14 February 2013

THE muffins

Dear Lissy,

You just rode off in Grammy's Volvo for a girls' afternoon out.  Shotgun.  You are getting big too fast!  I'm going to take a few minutes while you're busy with my momma to write out THE muffin recipe. It seems appropriate for my 200th letter.

I take peculiar delight in everyday recipes that exceed expectations.  The perfect crispy-juicy baked chicken.   A silky, creamy pan of mac and cheese with crunchy buttered crumbs.  These are my go-to muffins when I want to make something extra special.  They dome very high, and mushroom over their base with a crispy-crunchy sweet ring of muffin nirvana.  The inside is moist, sweet, and flavorful with a fine crumb.

They are, quite frankly, muffin perfection. There is a good reason for every ingredient, every step.  Don't substitute anything.   Follow directions perfectly.  If you're missing an ingredient, make a different muffin or take a trip to the market.  Not my usual instruction by a long shot, but any shortcuts or substitutions ruin the end product.
Just look at that crunchy ring of awesomeness around the top edge!
Bakery Muffins
from The Perfect Recipe
Makes 12 (1/2 cup) or 18 (1/3 cup) muffins -- check your pan size

Master recipe
Preheat oven to 375, place rack 1 slot above the middle.
Grease a 12 cup muffin tin with pan release (see recipe below).  Be sure to brush the top of the pan, too, so the domed portion of the muffin doesn't stick.  DO NOT USE MUFFIN PAPERS.  I haven't had good luck with pan spray, either, but if you have a teflon coated muffin tin, it might work.

Mix and set aside:
12.75 oz (3 cups) all-purpose flour
1 Tbsp. baking powder
1/2 tsp. baking soda
1/2 tsp. salt

In a separate large bowl, cream together until light and fluffy (3 minutes or more):
10 Tbsp room temperature butter 
1 cup sugar

Add one at a time, beating well after each addition:
2 large eggs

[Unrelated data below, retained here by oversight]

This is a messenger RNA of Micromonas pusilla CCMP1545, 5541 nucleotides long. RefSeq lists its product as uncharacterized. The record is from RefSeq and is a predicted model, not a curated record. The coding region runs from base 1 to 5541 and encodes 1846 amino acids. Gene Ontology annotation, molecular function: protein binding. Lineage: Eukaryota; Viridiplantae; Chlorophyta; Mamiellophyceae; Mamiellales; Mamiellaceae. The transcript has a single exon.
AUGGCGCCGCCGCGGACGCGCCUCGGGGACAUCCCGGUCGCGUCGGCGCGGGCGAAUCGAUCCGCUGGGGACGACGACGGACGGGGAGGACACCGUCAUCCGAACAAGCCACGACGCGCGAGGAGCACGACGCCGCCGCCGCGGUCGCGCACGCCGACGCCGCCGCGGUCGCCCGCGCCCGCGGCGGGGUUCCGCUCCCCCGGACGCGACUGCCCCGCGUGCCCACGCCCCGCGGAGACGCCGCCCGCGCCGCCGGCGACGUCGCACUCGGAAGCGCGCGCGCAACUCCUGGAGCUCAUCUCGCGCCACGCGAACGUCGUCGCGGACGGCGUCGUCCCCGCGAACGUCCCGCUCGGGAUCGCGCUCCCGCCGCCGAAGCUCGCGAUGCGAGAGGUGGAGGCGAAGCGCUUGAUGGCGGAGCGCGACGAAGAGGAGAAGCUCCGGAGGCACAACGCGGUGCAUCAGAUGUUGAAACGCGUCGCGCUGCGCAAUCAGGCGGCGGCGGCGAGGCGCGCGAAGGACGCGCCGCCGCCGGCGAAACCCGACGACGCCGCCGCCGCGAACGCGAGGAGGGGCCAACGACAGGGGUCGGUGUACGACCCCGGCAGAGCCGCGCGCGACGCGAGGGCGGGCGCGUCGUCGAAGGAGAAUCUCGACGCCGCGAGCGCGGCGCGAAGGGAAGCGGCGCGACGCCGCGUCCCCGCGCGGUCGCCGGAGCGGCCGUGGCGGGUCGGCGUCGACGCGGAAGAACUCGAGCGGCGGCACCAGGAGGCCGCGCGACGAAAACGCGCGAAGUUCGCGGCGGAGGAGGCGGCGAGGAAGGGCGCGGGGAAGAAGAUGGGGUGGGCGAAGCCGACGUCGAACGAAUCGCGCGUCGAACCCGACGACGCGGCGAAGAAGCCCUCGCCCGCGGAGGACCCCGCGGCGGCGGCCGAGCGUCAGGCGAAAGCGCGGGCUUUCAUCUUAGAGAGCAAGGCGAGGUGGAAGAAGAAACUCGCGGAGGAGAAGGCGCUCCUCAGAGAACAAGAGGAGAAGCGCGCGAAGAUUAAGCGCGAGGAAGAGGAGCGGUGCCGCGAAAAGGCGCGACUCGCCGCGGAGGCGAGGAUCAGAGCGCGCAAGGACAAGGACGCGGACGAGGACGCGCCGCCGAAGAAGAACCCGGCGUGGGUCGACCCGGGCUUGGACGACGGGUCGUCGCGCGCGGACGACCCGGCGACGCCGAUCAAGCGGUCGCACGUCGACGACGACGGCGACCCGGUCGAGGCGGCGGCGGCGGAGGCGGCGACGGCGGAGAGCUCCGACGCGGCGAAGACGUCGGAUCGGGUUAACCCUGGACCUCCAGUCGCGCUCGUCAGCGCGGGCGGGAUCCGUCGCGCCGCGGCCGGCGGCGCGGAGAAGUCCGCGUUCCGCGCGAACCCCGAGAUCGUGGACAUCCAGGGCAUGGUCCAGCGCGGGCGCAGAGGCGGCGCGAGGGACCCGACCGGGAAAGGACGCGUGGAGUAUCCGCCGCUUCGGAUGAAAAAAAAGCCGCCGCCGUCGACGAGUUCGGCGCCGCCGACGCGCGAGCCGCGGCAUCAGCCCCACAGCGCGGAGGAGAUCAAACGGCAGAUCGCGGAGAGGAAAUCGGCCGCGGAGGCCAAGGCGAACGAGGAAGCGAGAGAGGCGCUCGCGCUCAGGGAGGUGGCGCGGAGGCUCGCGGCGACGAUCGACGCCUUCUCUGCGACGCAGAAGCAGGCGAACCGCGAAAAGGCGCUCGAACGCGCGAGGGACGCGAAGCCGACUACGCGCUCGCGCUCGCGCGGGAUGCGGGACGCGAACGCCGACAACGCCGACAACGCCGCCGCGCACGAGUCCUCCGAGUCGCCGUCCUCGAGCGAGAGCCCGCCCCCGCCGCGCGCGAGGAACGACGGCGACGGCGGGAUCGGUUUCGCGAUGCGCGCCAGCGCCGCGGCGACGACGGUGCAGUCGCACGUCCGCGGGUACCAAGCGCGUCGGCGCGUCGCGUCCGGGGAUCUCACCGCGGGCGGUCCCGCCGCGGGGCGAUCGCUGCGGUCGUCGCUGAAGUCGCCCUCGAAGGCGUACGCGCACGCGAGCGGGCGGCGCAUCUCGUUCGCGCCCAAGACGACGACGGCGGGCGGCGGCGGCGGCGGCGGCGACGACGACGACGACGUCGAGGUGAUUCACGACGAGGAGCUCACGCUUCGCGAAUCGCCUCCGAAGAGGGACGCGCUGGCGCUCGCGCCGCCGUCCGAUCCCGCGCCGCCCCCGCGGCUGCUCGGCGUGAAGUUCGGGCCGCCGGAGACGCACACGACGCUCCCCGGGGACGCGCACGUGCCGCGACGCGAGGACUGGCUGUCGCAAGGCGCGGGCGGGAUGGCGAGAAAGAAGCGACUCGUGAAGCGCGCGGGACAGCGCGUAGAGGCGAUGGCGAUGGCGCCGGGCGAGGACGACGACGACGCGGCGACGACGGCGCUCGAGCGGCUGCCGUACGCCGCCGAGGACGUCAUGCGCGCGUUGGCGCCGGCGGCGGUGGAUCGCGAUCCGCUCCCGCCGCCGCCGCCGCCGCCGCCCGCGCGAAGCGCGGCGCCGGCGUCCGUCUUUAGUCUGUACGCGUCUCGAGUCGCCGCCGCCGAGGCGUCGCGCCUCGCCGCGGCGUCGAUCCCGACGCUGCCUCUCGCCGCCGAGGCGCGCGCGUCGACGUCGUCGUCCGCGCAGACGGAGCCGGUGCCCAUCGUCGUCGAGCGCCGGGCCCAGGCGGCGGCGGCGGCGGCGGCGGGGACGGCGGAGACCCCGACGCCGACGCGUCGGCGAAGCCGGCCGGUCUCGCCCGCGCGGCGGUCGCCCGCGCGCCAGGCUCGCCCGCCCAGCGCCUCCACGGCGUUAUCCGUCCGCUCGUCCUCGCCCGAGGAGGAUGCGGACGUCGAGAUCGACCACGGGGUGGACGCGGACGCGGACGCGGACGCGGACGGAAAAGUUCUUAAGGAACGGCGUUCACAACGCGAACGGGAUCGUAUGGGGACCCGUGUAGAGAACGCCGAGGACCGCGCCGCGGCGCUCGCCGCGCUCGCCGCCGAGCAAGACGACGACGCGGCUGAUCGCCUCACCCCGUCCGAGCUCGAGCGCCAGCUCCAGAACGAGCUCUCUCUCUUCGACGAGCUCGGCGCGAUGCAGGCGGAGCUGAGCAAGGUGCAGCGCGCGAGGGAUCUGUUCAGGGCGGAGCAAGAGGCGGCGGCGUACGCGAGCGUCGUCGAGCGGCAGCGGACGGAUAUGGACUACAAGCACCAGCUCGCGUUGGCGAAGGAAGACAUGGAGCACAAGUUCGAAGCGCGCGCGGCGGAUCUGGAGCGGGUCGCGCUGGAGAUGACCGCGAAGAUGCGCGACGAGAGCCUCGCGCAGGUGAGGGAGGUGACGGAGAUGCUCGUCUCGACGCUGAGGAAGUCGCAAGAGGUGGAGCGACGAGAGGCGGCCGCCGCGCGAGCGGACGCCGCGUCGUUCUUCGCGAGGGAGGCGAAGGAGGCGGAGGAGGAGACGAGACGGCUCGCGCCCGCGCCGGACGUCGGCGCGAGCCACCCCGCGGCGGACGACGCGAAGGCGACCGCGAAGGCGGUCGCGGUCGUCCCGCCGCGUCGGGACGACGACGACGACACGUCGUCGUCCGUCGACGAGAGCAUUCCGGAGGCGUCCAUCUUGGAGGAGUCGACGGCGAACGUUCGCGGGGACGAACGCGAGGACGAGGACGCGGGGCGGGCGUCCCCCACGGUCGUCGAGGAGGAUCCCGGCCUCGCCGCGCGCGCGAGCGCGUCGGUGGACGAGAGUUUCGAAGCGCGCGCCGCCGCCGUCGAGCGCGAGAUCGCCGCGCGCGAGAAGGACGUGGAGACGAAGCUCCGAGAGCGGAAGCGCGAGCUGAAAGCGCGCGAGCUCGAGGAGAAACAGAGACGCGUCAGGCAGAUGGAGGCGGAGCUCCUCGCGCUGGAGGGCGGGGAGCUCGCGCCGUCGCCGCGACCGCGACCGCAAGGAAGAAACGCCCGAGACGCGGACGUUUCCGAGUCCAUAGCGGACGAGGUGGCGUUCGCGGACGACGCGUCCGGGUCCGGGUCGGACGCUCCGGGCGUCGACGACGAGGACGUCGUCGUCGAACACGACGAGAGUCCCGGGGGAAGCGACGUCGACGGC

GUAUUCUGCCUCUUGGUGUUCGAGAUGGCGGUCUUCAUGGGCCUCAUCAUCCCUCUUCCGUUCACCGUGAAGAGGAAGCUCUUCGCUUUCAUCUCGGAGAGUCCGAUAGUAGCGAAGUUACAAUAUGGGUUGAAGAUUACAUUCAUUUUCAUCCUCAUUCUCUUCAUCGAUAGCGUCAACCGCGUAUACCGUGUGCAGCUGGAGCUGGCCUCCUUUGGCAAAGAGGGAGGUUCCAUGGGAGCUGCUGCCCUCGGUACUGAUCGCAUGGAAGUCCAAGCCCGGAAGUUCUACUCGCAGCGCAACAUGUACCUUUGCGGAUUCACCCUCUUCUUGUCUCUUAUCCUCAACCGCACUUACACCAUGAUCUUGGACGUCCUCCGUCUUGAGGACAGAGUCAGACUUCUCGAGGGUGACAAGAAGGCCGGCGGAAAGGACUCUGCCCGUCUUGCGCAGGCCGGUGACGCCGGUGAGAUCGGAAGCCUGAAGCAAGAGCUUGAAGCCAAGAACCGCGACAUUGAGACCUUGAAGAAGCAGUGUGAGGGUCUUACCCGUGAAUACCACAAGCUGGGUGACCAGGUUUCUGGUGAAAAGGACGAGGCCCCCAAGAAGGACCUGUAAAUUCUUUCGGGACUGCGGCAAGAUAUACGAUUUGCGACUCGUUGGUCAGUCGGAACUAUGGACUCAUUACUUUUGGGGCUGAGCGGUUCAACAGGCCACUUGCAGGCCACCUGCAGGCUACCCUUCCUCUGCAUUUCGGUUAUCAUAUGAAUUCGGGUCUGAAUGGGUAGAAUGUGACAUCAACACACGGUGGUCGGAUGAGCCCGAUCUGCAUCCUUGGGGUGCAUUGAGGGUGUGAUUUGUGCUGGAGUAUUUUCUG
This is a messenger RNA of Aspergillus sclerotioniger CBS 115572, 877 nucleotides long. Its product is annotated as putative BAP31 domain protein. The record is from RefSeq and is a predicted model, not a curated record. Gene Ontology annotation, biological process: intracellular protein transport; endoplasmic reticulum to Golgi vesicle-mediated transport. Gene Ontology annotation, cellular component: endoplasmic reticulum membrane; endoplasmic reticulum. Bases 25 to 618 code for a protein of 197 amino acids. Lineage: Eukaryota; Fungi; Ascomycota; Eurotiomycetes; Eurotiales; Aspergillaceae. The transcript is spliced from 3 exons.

Measure out:
1-1/2 cups plain, lowfat yogurt.  

Beat in half of dry ingredients.  All of the flour needs to be well coated with fat to prevent too much gluten from forming and toughening up the muffins.

**This is not a regular muffin recipe.  The ingredients need to beaten, not folded in.  The muffins will not get tunneled or tough.

Now beat in 1/2 cup of the yogurt.

Beat in the remainder of the dry ingredients, alternating with the remaining 1 cup of yogurt.
Mocha chip muffin batter ready to go in the oven for Valentine's Day breakfast. 
Use a large cookie scoop to divvy up the batter into 12 cups.  You will have to scoop under the batter like you're scooping ice cream.  The scoops will be rounded, not level.  There should be a ball of dough in each muffin cup, and it will look like way too much batter in each cup.  That's OK.
And. . .drumroll. . . hot out of the oven.  Remember that warning
about not substituting?  One half whole wheat flour meant these
muffins didn't "dome" properly.
Bake until golden brown and pick tests clean, 20-25 minutes.  Cool on wire rack for 5 minutes, and remove from pan.  Serve warm.

Pan release:  Beat together 1/2 cup Crisco and 1/2 cup flour until thoroughly incorporated.  Slowly add 1/2 cup vegetable oil with mixer running until mixture is light and fluffy.  Brush onto muffin, loaf, or cake tins with a pastry brush.  Store in airtight container at room temperature, stirring to recombine if needed.
Kitchen carnage!  
Lemon Blueberry:  Beat in 1 tsp lemon zest with butter and sugar.  Fold in 1-1/2 cup frozen or fresh wild blueberries tossed with 1 Tbsp. flour when batter is done.  While muffins are baking, heat 1/4 cup fresh lemon juice and 1/4 cup sugar in a small saucepan until sugar dissolves and forms a light syrup.  Brush warm syrup over muffins before serving.

Almond Poppyseed:  Cream in 2 Tbsp (1 oz) almond paste with butter and sugar.  Add 3 TBSP poppy seeds to dry ingredients before incorporating into batter.

Mocha Chip:  Dissolve 3 TBSP instant coffee granules into yogurt before adding to muffins.  Fold in 1 cup mini chocolate chips when batter is complete.  Sprinkle muffins with clear sugar crystals before baking.

Many, many more variation are in The Perfect Recipe by Pam Anderson.

Expensive and a nutritional bomb, these aren't our "everyday" muffins.  I make them when we have missionaries over, or a family is sitting in hospital with a loved one. I've often used this recipe for bake sales or just a little personal income since they sell well, too.  It makes me happy to think about you making these for your co-workers or family some day!

 Love you my little muffin,

12 February 2013

Cheap Eats: British Toad-In-The-Hole

Dear Lissy,